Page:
TikTok and Oracle will become business partners in the US

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London (CNN Business)In a world where control of technology is a growing geopolitical concern, two big deals are causing a stir.

What’s happening: TikTok and Oracle (ORCL) will become business partners in the United States, a person familiar with the matter told CNN Business. The news follows weeks of speculation about the Chinese video app’s future after President Donald Trump threatened to shut down its US operations unless parent company ByteDance orchestrated a sale.
How Oracle ended up with TikTok
Meanwhile, Nvidia announced Sunday that it’s buying British chipmaker ARM from SoftBank for as much as $40 billion. That would make it the largest semiconductor deal ever.

    But both deals are due to draw serious scrutiny from political leaders determined to ensure that their countries aren’t giving up crucial technological expertise.
    Watch this space: Experts have warned that a recent rule change in China could force ByteDance to obtain government permission before selling TikTok to a foreign company. Chinese state media on Monday reported that ByteDance would not sell TikTok’s US operations to Oracle or Microsoft, which was also pursuing a bid. State broadcaster CGTN added that ByteDance would not “give the source code” to any US buyers.

    The exact nature of the agreement between TikTok and Oracle remains unclear, but it was not described as an outright sale.
    It’s also not clear whether the Trump administration, which has said that the app poses a threat to national security, will give its seal of approval.
    The Nvidia deal for ARM, which designs chips for companies like Apple and is one of Britain’s most successful tech firms, could also prove controversial. Before closing, the deal requires regulatory approval from the United Kingdom, the European Union, the United States and China. Nvidia said Sunday that it plans to keep ARM’s headquarters in Cambridge.
    The BBC reports that the UK government will not move to block the sale, but that it could impose conditions on the takeover, citing a senior government source.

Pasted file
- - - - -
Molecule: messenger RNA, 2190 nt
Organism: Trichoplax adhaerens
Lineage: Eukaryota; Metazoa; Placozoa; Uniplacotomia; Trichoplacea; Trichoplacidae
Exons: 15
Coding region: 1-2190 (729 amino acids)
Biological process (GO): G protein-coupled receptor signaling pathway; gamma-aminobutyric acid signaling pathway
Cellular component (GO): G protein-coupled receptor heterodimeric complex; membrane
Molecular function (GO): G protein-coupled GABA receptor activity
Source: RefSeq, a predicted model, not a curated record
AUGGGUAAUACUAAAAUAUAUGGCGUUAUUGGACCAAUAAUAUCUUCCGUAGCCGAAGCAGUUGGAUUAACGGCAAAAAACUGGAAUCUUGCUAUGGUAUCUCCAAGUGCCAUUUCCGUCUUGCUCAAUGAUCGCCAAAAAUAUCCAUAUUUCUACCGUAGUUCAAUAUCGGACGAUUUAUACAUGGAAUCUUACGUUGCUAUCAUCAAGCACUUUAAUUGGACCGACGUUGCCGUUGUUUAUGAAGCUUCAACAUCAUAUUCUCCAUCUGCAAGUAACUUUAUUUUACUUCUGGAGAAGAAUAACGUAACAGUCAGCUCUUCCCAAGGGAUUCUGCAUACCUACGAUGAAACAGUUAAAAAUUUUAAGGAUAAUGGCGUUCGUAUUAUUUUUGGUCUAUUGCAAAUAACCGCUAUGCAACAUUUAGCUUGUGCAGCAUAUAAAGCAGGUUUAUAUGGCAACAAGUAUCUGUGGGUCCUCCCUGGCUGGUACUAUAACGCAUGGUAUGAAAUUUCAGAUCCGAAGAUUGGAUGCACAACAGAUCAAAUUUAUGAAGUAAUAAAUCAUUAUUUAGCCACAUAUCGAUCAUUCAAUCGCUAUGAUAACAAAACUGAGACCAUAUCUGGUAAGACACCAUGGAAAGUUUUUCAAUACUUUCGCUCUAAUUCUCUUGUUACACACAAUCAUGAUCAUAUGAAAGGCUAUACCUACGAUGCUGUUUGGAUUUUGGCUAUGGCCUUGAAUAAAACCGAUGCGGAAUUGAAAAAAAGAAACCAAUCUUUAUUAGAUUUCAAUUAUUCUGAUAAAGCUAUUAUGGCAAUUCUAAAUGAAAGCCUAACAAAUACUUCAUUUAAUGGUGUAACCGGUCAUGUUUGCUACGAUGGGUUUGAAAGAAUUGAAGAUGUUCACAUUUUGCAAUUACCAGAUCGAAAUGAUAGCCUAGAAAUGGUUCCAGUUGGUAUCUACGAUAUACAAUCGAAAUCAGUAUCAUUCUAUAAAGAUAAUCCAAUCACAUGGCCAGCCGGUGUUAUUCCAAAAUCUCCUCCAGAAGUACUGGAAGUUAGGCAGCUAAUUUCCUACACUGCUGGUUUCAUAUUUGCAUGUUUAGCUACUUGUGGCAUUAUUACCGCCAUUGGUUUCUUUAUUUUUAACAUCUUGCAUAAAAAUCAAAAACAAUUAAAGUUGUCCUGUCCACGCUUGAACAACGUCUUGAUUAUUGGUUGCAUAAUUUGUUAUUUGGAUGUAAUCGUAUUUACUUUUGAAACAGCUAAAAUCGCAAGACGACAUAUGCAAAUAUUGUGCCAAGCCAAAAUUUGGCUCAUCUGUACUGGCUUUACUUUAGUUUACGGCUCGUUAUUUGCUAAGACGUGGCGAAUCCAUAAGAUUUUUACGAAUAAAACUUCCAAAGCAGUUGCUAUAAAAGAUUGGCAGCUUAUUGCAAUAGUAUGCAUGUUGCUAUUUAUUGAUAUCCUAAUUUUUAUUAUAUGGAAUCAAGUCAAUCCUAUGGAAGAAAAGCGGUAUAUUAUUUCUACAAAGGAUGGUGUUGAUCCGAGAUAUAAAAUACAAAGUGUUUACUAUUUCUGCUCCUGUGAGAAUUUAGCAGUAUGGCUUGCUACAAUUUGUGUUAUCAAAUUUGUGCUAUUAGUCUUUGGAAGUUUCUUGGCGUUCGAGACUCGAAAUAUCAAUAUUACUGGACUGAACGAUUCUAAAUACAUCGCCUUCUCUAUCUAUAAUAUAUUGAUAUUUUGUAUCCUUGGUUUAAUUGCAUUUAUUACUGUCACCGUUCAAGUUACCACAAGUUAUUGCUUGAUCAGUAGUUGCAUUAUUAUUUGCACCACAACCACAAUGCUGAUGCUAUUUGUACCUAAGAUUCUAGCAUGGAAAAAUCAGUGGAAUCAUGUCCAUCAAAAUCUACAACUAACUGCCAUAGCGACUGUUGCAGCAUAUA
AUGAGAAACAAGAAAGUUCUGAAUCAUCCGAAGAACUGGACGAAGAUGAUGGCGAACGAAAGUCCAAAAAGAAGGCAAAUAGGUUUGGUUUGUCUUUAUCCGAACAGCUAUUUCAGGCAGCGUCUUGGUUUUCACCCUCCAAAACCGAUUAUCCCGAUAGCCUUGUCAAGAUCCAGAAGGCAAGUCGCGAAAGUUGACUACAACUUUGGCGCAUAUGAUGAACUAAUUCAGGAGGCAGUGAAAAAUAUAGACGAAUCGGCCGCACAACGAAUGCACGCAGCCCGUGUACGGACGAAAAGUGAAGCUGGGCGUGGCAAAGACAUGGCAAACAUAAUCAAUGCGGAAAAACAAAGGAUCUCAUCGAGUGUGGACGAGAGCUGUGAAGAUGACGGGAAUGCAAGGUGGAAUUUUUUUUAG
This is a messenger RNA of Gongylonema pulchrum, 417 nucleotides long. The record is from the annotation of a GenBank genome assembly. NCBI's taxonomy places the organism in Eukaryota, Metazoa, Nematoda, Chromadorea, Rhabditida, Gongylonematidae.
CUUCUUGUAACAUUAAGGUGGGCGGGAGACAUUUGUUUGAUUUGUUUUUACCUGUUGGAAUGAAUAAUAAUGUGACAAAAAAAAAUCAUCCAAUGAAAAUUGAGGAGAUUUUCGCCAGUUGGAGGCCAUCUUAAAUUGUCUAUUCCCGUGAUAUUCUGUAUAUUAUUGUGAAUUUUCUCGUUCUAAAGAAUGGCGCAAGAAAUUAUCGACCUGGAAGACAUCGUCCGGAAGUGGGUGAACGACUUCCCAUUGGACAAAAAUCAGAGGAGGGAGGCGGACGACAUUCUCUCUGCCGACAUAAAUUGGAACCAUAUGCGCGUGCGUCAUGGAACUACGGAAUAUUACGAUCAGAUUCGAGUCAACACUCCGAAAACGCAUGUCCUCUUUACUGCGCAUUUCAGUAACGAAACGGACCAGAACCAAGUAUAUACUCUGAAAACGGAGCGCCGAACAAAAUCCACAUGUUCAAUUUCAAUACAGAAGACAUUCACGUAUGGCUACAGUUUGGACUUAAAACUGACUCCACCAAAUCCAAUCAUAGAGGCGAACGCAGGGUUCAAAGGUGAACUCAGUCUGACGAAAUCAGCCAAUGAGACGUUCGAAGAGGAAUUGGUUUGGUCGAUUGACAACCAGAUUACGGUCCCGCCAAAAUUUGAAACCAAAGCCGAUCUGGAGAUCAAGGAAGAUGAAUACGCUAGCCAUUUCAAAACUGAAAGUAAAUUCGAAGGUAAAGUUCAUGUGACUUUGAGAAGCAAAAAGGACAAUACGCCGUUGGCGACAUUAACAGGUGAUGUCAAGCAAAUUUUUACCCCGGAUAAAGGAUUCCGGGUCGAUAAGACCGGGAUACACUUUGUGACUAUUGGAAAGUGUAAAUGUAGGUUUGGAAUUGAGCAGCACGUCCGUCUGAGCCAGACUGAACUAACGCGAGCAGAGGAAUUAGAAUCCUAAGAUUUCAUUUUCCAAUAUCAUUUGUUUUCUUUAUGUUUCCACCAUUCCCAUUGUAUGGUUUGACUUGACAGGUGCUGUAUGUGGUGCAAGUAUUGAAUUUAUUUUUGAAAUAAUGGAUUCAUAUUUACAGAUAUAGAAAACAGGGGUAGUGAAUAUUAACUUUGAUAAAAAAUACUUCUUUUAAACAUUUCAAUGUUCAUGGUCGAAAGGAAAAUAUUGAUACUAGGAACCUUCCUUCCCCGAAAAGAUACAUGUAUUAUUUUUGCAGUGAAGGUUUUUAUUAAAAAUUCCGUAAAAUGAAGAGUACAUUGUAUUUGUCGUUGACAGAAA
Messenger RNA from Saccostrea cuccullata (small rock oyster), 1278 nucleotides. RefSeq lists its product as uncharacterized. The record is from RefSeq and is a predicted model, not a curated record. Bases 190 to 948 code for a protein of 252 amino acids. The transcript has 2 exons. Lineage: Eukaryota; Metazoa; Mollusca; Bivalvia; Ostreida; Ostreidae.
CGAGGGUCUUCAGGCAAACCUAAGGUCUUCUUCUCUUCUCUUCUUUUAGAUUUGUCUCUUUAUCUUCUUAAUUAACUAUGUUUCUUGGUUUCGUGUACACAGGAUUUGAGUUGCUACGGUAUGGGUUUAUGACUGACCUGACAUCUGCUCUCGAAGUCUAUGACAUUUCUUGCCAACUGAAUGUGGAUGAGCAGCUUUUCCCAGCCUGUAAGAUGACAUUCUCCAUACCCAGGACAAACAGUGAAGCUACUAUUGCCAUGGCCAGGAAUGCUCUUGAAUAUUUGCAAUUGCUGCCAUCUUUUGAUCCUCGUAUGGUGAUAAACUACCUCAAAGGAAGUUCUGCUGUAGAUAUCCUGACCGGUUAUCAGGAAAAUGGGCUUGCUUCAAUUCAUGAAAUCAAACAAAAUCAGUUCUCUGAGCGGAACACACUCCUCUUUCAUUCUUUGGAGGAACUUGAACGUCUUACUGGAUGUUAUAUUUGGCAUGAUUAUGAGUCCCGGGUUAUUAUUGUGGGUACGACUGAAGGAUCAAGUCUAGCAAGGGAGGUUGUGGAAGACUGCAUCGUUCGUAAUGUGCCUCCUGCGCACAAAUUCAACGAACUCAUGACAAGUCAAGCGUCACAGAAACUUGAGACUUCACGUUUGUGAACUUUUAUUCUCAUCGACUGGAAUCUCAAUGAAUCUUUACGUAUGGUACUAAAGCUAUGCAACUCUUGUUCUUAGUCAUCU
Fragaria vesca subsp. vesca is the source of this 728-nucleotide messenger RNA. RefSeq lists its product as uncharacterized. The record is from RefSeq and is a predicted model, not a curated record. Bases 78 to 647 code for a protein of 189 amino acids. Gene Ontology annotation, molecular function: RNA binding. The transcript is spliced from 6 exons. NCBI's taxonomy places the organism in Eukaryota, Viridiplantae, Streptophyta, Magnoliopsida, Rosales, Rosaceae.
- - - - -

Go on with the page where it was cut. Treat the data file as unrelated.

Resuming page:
While geopolitical concerns are factoring more heavily into dealmaking, the flurry of mergers and acquisitions is expected to continue through September as companies aim to squeeze in announcements before the US election introduces any more market volatility.
    Another one: Gilead Sciences (GILD) said Sunday that it will scoop up Immunomedics for $21 billion to expand its portfolio of cancer treatments.

    Has the drop in tech stocks come to an end?

    It’s hard to say for sure, but some on Wall Street think the correction in tech stocks that shook markets in recent weeks could be coming to a close.
    The latest: Goldman Sachs is telling clients that it’s sticking to its year-end outlook despite the “warp speed” pullback, which has pushed the Nasdaq Composite down nearly 10% from its recent high on Sept. 2. The S&P 500 kicks off the week 6.7% below its recent peak.
    “Despite the sharp sell-off in the past week, we remain optimistic about the path of the US equity market in coming months,” strategists including David Kostin said late Friday.
    Deutsche Bank, meanwhile, pointed out that options positioning that had added to selling pressure has normalized. The CBOE Nasdaq 100 Volatility Index, which tracks market sentiment, remains slightly elevated, but is back near where it started the month.
    Both Goldman Sachs and Deutsche Bank warned that the election could introduce more turbulence in the weeks to come, however.
    “In the near term, the biggest source of uncertainty is Election Day,” Goldman’s analysts said.

    BP calls the end of booming oil demand

    Demand for oil may have peaked last year, according to BP, which warned on Monday that the global market for oil might never recover from the coronavirus pandemic, my CNN Business colleague Hanna Ziady reports.
    What’s new: BP (BP) laid out three scenarios for energy demand in a new report, all of which forecast a decline in demand for oil over the next 30 years.
    If government policies and social preferences evolve in the same way as in the recent past, oil demand ticks up slightly in the years to come before starting to decline after 2030.
    But in two other scenarios, in which governments take more aggressive steps to curb carbon emissions and there are significant shifts in societal behavior, demand for oil never fully recovers from the fall caused by the coronavirus. That would mean oil demand peaked in 2019.
    Why it matters: It’s a big call from one of the world’s top oil producers and signals just how much has changed in the past six months.
    Last year, BP expected growth in oil demand to plateau in the 2030s. But the pandemic has had a profound effect on global energy markets, accelerating a shift away from fossil fuels toward renewable forms of energy.
    BP is leaning into that shift, unveiling a new strategy earlier this year. Competitors like ExxonMobil (XOM), however, have doubled down on oil and gas in recent years, causing investors to worry they’re on the wrong path.

    Up next

      British lawmakers are due to hold the first substantive debate on a controversial bill that would breach parts of the already-signed withdrawal agreement with the European Union. What happens next could have major consequences for business.
      Coming tomorrow: FedEx (FDX) reports earnings.
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